Shin Splints or Medial Tibial Stress Syndrome (MTSS) or Periostalgia
Shin splints refers to an overuse injury of the shin area with pain in the lower two thirds of shins triggered by exercise 6,11. The involved mechanisms may include inflammation of the periosteum of the tibia (shin bone), periosteal edema, dysfunction of leg muscles, tendon tears and stress fractures of bones 11.
Periosteal ganglion is a ganglion cyst arising from the periosteum of various bones, like the tibia, femur, iliac bone, radius or ulna, mostly in adults 12,13,14,15. It can develop after an injury. It can cause local pain, for example, in the wrist 14 or shin 15. A periosteal ganglion can be associated with a ganglion cyst within the bone 15. It can be detected by a CT, MRI 12,13 or therapeutic ultrasound 15. Treatment is by surgical removal 15.
Periostitis (Periosteal Inflammation) and Periosteal Reaction
Picture 1. X-ray of a periosteal reaction (long arrow)
triggered by an osteoid osteoma (short arrow)
in the right thighbone (femur) of the 7-month old girl
(source: springer.com, Creative Commons licence)
Periostitis is inflammation of periosteum, and periosteal reaction refers to formation of new bone or bone hypertrophy under the periosteum in response to bone irritation 2,3,17. Both terms are often used as synonyms. Symptoms may be absent or may include pain, tenderness and swelling of the affected limb 21,41. Causes include shin splints, bone infection (osteomyelitis), vasculitis 26, benign tumors, fluorosis (especially in vertebrae) 20, cancer 21, chronic lung or liver disease and inflammatory bowel disease (IBD) 21. Main causes in infants include congenital syphilis and physiological periostitis 41. Diagnosis can be confirmed by X-ray, CT or MRI 3.
Periosteal necrosis–death of a part of the periosteum–can result from burns 57, contact with bone implants 58 or osteomyelitis.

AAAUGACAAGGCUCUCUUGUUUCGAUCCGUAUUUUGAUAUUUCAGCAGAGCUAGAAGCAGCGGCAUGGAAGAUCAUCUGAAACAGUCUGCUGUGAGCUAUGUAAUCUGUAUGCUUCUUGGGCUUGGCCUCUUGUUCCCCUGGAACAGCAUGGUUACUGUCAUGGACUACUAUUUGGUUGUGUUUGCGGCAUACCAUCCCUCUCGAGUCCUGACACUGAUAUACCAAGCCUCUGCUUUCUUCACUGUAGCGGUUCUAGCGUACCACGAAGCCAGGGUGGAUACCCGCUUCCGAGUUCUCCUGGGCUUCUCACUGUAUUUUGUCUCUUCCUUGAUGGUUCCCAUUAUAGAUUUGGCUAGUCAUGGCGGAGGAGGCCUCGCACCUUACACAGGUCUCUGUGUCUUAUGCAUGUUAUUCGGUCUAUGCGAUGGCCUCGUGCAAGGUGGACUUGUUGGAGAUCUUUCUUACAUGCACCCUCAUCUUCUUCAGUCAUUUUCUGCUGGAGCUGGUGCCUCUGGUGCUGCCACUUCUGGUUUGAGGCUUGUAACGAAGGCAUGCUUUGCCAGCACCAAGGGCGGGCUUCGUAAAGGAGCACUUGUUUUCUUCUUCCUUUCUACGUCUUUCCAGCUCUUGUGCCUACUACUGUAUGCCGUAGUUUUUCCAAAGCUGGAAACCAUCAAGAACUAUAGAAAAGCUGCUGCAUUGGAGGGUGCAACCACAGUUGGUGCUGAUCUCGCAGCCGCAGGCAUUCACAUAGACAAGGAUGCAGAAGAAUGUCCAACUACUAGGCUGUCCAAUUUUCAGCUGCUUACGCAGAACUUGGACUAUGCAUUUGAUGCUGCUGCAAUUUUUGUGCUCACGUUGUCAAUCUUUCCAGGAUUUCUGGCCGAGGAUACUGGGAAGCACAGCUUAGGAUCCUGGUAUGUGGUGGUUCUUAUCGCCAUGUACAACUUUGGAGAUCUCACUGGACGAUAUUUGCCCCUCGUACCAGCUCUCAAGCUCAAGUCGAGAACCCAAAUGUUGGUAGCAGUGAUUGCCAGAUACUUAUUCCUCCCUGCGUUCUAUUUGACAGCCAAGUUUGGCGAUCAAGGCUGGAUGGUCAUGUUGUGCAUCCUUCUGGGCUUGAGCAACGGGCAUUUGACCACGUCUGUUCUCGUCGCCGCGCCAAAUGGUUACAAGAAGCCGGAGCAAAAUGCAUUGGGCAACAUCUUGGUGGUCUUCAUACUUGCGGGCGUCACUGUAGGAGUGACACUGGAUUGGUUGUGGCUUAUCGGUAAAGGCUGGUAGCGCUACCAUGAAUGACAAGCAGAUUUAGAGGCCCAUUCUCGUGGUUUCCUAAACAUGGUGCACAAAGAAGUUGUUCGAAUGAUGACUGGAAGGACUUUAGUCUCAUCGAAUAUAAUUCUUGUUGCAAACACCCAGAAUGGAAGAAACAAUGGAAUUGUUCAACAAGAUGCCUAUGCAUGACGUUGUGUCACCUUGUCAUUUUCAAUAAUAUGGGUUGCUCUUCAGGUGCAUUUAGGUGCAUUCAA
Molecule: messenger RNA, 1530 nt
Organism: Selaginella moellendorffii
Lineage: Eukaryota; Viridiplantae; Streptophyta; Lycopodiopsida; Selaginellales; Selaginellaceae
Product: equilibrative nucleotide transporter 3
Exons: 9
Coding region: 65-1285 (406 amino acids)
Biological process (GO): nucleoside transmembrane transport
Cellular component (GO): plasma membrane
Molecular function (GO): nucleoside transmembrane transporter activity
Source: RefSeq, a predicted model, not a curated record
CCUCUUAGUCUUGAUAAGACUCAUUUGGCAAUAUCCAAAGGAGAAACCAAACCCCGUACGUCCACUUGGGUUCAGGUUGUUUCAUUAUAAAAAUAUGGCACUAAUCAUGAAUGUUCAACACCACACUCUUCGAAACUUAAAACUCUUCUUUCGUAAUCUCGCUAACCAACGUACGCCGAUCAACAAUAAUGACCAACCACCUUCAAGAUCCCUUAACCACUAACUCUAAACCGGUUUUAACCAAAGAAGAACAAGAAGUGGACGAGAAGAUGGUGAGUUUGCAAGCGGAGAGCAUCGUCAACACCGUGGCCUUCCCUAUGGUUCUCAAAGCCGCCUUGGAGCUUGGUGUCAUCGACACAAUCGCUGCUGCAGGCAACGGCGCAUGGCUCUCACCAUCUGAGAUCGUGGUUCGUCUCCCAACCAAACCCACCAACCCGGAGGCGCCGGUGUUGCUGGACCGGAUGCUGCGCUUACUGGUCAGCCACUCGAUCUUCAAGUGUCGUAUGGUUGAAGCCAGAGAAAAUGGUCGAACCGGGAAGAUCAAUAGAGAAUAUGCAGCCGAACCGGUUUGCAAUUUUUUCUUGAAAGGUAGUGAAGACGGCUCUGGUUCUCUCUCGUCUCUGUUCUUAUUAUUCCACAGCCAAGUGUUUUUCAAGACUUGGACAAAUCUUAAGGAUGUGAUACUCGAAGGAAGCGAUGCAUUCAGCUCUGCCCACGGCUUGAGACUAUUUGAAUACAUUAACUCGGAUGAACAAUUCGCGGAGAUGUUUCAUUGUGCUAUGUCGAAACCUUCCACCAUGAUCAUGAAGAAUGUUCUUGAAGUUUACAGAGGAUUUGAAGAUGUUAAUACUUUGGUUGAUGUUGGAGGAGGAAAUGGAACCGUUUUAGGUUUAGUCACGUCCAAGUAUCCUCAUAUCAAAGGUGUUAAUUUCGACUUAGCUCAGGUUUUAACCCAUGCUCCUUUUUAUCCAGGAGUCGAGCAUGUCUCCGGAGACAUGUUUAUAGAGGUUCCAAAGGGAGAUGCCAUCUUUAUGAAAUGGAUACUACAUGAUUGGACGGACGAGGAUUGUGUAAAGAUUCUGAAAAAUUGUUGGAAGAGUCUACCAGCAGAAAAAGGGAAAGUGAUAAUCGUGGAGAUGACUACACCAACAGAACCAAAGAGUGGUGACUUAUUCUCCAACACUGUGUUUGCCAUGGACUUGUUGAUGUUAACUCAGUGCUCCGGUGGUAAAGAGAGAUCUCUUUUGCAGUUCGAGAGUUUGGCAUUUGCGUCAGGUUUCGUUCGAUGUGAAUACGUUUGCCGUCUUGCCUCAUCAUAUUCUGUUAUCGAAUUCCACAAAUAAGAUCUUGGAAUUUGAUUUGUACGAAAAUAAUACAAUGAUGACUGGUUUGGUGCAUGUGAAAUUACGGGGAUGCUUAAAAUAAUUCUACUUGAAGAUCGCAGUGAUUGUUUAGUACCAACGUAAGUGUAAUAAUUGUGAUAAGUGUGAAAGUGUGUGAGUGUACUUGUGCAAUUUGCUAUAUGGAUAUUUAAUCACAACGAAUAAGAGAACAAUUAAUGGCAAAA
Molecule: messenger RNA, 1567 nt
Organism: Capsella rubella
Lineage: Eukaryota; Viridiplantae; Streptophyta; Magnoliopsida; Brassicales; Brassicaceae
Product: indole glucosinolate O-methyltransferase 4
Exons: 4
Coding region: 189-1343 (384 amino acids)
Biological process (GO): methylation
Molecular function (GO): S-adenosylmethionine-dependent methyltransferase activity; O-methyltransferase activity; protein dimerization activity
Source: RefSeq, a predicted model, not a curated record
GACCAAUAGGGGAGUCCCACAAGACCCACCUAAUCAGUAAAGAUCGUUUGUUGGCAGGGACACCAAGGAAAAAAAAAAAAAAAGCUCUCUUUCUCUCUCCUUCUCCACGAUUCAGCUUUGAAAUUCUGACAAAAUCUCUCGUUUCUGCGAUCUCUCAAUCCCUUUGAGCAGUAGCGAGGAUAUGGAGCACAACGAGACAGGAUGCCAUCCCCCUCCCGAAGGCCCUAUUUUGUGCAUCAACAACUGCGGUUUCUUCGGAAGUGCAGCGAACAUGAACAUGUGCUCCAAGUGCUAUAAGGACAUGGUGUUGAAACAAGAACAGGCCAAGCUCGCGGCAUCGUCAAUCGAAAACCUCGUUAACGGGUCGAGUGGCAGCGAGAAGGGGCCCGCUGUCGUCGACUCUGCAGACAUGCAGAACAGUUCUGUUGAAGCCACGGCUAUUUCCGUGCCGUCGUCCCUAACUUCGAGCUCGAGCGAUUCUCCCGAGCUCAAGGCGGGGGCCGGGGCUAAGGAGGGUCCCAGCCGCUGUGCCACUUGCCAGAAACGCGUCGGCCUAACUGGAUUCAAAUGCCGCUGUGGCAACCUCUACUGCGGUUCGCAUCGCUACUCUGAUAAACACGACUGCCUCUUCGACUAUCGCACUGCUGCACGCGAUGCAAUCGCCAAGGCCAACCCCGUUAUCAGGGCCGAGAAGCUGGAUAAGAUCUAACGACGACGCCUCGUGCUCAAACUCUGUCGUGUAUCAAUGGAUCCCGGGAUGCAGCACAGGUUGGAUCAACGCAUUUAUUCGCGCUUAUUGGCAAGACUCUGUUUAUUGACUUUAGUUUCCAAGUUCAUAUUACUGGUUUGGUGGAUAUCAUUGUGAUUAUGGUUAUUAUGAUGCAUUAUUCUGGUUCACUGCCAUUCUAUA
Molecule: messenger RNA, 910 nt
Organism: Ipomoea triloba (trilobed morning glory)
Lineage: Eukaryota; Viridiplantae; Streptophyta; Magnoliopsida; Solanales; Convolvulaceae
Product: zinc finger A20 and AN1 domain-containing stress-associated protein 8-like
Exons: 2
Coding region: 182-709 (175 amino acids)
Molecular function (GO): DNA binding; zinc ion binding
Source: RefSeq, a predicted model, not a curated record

Periosteal grafts can be used to treat defects in the connective tissue, bone, cartilage and muscles. This is possible because periosteal cells can differentiate into connective tissue cells (fibroblasts), bone cells (osteoblasts), cartilage cells (chondrocytes) or skeletal muscle cells (myocytes). An autologous periosteal graft, which is taken from the same person in whom the graft is used, for example a galea-periosteum graft from the scalp 49 or a graft from the shinbone (tibia) can be used to treat:
- Knee cartilage defects caused by osteochondritis, osteoarthritis or injuries 24,25
- Muscle hernia, for example, anterior tibial muscle hernia 19
- Sternal clefts 23 or maxillary clefts 29 in infants
- The gingival recession defects in the gums 29
- Frontal sinus defects 49
Periosteal hypertrophy or overgrowth is a common complication of periosteal grafts; if it occurs in the joint cartilage and if it causes symptoms it can be treated by an arthroscopic procedure called chondroplasty 51.
Certain physiotherapeutic techniques, such as deep transverse friction massage in combination with Mill’s joint manipulation, can help reduce pain in tennis elbow (lateral epicondylalgia) 52,53.
Periosteal pecking is a form of dry needling (acupuncture) in which the needle touches the periosteum; it is used in treatment of shin splints 56.